The term “Agile” has made the leap from the software industry into management jargon – why? what do we mean by it? and what do Agile Managers do?
The hierarchical organisational structure developed by many large organisations is said to be based on military principles of roles and responsibilities defined by seniority, with functions organised into separate departments. Successful for perhaps a century, this model is common in large bureaucracies and public bodies. But it’s strengths are suited to stable conditions, where the organisation can control, more than respond to, gradual changes in the environment. Building a large business, employing thousands of people, with £billions in buildings and assets takes decades. This model may be on its way out.
The rapid, revolutionary change and ubiquitous nature of what we used to think of as a support function – IT, has not only led to new ways of organising work, but to entirely new types of business. Amazon, Uber and Giff-Gaff, are well known examples of doing things differently, and the new, weird and wonderful seem to spring up from nowhere! challenging our assumptions, changing customer expectations, and stealing our market share. So we’re all talking about “being agile” – innovating and discarding ideas quickly, without the need for elaborate organisational infrastructure; challenging established attitudes to risk, decision-making and the roles of the manager, team leader and team member.
Adopting principles of systems-thinking, lean enterprise and the Toyota Kata, agile organisations recognise that innovation, process improvement and decision-making have to take place ‘in the work’, not in the Boardroom; that what we think of as management is in fact a diffuse range of functions, contributed to by many, not concentrated in the few; and, that the most successful leaders create the conditions for success, motivating their people through “autonomy, mastery and purpose” rather than directing them through command and control.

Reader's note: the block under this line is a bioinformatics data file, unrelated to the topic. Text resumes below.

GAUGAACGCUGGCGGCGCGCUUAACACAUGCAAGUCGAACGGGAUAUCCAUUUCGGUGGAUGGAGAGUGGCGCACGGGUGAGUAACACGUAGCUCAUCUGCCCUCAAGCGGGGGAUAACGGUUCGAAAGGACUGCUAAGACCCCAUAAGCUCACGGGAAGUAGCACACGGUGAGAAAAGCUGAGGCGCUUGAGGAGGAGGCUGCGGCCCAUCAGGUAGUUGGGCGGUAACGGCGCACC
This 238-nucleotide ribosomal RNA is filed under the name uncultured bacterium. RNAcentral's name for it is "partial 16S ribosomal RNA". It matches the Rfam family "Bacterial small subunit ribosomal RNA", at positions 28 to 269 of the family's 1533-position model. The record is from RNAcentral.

Central to the Agile philosophy is experimentation, based on incremental, iterative change: a continuous development cycle of trying new things, measuring if they work, and moving on if they don’t; innovating and responding to change through bite-sized initiatives; taking many small steps towards your goal rather than setting up grand process reviews and long-term project plans. The change cycle is short (daily, weekly, maybe even hourly), feedback is immediate and outcomes are evidenced. Decisions are made at the front-end, close to the customer, based on real-time measures. Team members have first-hand knowledge and ownership of their performance data and know what their goals are (even if they keep changing) and believe they have the ability, responsibility and power to achieve them. Everyone is engaged – they learn, improve process, develop skills and enjoy their work.
So, what does this mean for the manager then? If it’s not your job to tell people what to do, oversee action plans, collate monthly KPIs and challenge poor performance? If 121s, management meetings and quarterly performance updates (as we currently know them) are redundant?
The Agile Manager will:
- facilitate and coach their teams
- be present to show and ask and resist the temptation to tell
- share ideas, listen and observe
- encourage people to try new things, and accept the risks
- test on a small scale and quickly discard what doesn’t work
- establish a culture of measurement and use of data
- match workload to team capacity
- ensure everyone knows the current state of play and what to aim for next
- sell the vision and purpose – make it meaningful and personal
- inspire through motivation, recognition and celebration